I'm not going to apologize for laughing my ass off at Seth MacFarlane's A Million Ways to Die in the West.
And I'm not going to compare it to Blazing Saddles. Yes, they're both spoofs of westerns with their own unique brand of gross-out humor. But that's as far as the comparison goes.
Mel Brooks' breakthrough 1974 comedy was a reflection of his unique brand of humor, rooted in the shpritz of the Borscht Belt, but also naughtier and more knowing, absurdist, silly and boundary-pushing. Watch it again today and you'll laugh -- but if you weren't around when it first appeared, you'll wonder why it was considered such an envelope-pushing -- nay, envelope-shredding -- comedy.
MacFarlane has an entirely different comic sensibility; the difference is generational, a comic mindset informed by everything else that's happened in the intervening four decades. He's every bit the absurdist that Brooks is, but with a much darker streak running through his humor and a wider-ranging sense of ad hominem comic references.
Inevitably, some of the complaints about this film will focus on the gross-out moments, whether violent, sexual or scatological. Personally, I'll tip my hat to MacFarlane for his restraint, particularly in a climactic scene involving Neil Patrick Harris, the effects of a laxative and a couple of hats. He goes exactly where you expect him to, given the freedom of an R rating -- and yet he uses surprising discipline in showing us just enough to get the huge laugh he's primed audiences for, without overdoing it.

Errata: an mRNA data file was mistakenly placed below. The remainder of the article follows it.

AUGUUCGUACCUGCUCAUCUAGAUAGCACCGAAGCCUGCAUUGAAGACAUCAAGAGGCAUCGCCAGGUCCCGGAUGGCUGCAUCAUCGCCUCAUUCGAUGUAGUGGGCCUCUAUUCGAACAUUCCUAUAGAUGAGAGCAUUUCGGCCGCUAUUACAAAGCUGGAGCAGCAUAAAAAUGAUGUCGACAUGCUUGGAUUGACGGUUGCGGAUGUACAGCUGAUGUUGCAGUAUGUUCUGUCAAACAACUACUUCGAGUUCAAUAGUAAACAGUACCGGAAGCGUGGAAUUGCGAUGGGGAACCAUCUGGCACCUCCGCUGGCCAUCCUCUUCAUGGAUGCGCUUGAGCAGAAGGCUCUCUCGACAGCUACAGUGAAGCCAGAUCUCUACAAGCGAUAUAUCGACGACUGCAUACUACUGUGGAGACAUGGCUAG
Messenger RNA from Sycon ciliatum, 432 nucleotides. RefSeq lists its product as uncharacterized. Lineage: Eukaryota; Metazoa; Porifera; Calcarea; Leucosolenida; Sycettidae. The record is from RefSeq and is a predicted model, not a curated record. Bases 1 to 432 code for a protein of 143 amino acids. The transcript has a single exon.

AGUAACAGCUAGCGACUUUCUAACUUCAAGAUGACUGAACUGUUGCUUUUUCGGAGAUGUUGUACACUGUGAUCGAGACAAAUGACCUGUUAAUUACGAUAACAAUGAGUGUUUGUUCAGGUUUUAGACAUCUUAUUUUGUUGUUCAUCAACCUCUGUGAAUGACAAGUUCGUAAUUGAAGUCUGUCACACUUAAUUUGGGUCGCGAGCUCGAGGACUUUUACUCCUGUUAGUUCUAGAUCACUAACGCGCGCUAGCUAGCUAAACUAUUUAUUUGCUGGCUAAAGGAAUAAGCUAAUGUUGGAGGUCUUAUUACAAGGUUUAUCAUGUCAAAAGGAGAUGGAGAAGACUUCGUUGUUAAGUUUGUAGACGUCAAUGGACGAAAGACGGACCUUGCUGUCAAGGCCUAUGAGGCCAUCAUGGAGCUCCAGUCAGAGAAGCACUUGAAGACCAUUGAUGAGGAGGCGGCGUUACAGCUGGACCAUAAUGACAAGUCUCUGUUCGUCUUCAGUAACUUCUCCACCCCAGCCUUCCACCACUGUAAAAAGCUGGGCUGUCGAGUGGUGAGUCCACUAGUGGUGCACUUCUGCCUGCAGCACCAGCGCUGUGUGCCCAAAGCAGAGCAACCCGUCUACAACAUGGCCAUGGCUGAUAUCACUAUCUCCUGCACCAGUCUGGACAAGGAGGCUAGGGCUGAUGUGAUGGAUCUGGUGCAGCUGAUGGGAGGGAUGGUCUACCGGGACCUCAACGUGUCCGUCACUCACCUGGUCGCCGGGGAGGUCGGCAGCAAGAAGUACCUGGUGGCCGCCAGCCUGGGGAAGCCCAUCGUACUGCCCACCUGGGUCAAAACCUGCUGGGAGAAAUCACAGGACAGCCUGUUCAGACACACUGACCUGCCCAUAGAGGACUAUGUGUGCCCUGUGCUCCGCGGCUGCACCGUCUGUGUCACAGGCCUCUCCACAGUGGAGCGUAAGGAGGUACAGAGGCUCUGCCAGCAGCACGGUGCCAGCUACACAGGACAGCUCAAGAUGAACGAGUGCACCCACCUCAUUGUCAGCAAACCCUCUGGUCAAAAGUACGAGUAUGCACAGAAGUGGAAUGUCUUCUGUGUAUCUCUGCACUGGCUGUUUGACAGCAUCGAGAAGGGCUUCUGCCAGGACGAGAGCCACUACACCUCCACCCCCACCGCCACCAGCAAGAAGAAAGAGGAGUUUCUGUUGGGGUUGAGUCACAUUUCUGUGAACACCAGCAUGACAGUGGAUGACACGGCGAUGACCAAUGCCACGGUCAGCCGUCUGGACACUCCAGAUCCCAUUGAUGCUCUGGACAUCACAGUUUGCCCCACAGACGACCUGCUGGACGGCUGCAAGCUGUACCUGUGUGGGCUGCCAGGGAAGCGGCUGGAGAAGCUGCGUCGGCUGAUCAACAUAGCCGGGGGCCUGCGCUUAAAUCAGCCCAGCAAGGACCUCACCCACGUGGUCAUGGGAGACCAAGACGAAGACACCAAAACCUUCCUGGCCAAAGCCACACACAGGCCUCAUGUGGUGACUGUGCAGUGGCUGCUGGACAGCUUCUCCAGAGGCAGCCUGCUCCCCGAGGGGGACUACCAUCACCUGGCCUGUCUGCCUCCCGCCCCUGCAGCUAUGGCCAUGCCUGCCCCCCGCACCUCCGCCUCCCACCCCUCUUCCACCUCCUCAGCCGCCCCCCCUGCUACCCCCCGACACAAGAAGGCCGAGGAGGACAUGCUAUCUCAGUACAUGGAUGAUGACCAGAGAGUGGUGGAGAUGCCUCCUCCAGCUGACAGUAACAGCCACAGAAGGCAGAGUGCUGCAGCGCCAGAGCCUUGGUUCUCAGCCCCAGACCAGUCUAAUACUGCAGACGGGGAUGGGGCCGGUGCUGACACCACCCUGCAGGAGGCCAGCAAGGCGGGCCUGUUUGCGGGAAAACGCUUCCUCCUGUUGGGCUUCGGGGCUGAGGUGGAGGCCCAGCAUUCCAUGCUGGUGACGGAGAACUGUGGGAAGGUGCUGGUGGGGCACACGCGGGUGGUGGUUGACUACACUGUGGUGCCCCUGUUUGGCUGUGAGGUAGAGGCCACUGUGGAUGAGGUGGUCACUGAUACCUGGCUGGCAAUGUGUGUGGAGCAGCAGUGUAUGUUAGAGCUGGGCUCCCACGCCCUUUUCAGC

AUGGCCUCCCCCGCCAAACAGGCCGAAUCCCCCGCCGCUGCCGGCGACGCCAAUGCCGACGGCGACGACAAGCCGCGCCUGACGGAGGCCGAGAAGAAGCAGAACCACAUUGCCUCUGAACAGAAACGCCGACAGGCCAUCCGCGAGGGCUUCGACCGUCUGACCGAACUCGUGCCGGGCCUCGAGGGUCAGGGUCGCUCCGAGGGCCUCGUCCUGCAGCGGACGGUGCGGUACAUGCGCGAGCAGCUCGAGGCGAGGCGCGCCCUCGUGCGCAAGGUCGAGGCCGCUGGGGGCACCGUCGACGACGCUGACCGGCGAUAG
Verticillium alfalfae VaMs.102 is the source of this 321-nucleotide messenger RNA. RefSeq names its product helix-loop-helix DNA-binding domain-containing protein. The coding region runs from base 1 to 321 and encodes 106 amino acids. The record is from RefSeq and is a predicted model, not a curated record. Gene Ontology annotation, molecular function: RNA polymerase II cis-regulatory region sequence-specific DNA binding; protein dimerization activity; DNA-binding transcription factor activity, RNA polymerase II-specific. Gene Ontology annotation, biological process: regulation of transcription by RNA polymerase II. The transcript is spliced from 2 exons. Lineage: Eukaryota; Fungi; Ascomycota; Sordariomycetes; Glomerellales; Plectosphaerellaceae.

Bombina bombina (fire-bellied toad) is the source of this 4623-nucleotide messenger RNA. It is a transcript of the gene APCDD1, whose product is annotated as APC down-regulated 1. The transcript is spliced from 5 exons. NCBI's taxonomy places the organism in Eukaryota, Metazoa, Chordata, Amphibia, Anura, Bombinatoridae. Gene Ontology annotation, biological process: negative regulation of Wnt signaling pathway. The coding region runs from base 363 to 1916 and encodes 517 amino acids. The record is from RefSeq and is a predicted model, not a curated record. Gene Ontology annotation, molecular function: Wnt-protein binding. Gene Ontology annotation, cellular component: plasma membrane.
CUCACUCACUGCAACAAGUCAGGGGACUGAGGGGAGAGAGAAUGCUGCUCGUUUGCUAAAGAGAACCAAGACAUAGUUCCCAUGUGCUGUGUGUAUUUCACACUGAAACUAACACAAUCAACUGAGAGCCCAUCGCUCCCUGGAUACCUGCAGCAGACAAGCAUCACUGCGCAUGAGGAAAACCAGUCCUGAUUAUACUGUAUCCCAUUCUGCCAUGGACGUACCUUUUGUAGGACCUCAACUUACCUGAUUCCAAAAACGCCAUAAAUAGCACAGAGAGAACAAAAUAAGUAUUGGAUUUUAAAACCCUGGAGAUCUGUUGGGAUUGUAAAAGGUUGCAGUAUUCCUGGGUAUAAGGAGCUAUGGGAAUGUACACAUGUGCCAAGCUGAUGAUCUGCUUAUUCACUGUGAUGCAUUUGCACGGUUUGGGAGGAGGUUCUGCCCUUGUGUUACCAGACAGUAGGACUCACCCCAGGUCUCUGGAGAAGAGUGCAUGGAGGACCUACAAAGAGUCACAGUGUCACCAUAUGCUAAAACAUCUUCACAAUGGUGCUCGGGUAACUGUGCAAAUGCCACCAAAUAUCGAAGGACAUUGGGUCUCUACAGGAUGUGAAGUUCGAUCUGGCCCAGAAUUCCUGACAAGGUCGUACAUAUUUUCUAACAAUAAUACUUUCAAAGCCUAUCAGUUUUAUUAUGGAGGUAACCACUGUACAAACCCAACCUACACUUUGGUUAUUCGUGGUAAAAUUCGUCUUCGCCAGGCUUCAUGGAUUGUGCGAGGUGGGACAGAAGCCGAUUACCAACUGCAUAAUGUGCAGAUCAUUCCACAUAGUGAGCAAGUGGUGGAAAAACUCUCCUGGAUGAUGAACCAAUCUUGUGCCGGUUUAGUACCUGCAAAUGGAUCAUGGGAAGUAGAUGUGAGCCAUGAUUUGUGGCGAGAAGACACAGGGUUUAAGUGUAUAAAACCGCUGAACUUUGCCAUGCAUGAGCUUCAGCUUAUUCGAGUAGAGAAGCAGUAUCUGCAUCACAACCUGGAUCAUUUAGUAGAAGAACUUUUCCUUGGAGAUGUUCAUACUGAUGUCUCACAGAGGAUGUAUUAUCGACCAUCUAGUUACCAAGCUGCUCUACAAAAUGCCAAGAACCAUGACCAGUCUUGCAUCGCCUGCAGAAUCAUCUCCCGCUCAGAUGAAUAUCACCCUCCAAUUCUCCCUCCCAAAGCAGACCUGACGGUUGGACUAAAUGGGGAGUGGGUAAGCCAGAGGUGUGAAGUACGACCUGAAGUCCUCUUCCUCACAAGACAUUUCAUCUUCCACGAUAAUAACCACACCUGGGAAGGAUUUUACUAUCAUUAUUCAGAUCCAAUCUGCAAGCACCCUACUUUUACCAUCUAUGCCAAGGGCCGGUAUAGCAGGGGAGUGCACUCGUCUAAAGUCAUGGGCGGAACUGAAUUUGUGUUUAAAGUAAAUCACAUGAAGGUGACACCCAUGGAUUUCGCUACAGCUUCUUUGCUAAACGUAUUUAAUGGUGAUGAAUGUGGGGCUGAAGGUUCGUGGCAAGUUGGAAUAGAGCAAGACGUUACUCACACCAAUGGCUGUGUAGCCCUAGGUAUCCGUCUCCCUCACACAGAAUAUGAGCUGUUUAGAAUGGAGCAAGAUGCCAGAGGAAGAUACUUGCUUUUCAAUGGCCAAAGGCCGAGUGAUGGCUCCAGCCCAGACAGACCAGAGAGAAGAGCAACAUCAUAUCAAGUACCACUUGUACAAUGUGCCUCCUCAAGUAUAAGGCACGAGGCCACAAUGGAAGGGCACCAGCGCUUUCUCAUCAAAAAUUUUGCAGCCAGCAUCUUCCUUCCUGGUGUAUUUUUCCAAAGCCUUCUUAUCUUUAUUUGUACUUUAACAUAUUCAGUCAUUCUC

His story is about a cowardly sheep farmer (who he plays) who learns to be a gun-slinger from the Old West equivalent of a gun moll (Charlize Theron). But he hates the life of his times, complaining constantly about how awful and potentially fatal his existence is in the Old West of 1880s Arizona. It's really an excuse for a string of gags -- bloody, dirty and otherwise inappropriately hilarious jokes -- that range from the obvious to the bizarrely random. That includes several wonderfully weird cameos by famous faces that come and go with the speed of a Family Guy bit.
Yet, just as MacFarlane has revealed himself over the years to be a closet aficionado of the Broadway musical, he's also an obvious lover of the classic western. Otherwise, why include the many loving shots of the landscape in Monument Valley (which is in Utah, by the way, not Arizona)? You wait for him to pull the rug out -- to comment on these panoramic vistas with a gag. But he rarely does.
Is it great movie? Perhaps not -- but I laughed frequently and heartily. Indeed, I came out of it thinking that I'd gotten as many big laughs as I did from "Neighbors," a much sloppier film. Think of MacFarlane as a post-modern classicist, who loves his source material, even if he can't resist the impulse to mock its conventions. Or just see A Million Ways to Die in the West for the sheer, vulgar fun of it.
Maleficent is a revisionist fairy tale based on Sleeping Beauty -- and not just the fairy tale, but the 1959 Disney animated film.
But Maleficent is maladroit, or perhaps just plain dull. Given the amount of obvious CG work it contains, it might as well have been animated. It would have needed a much stronger script to make it a fraction as interesting as the animated original.
This review continues on my website.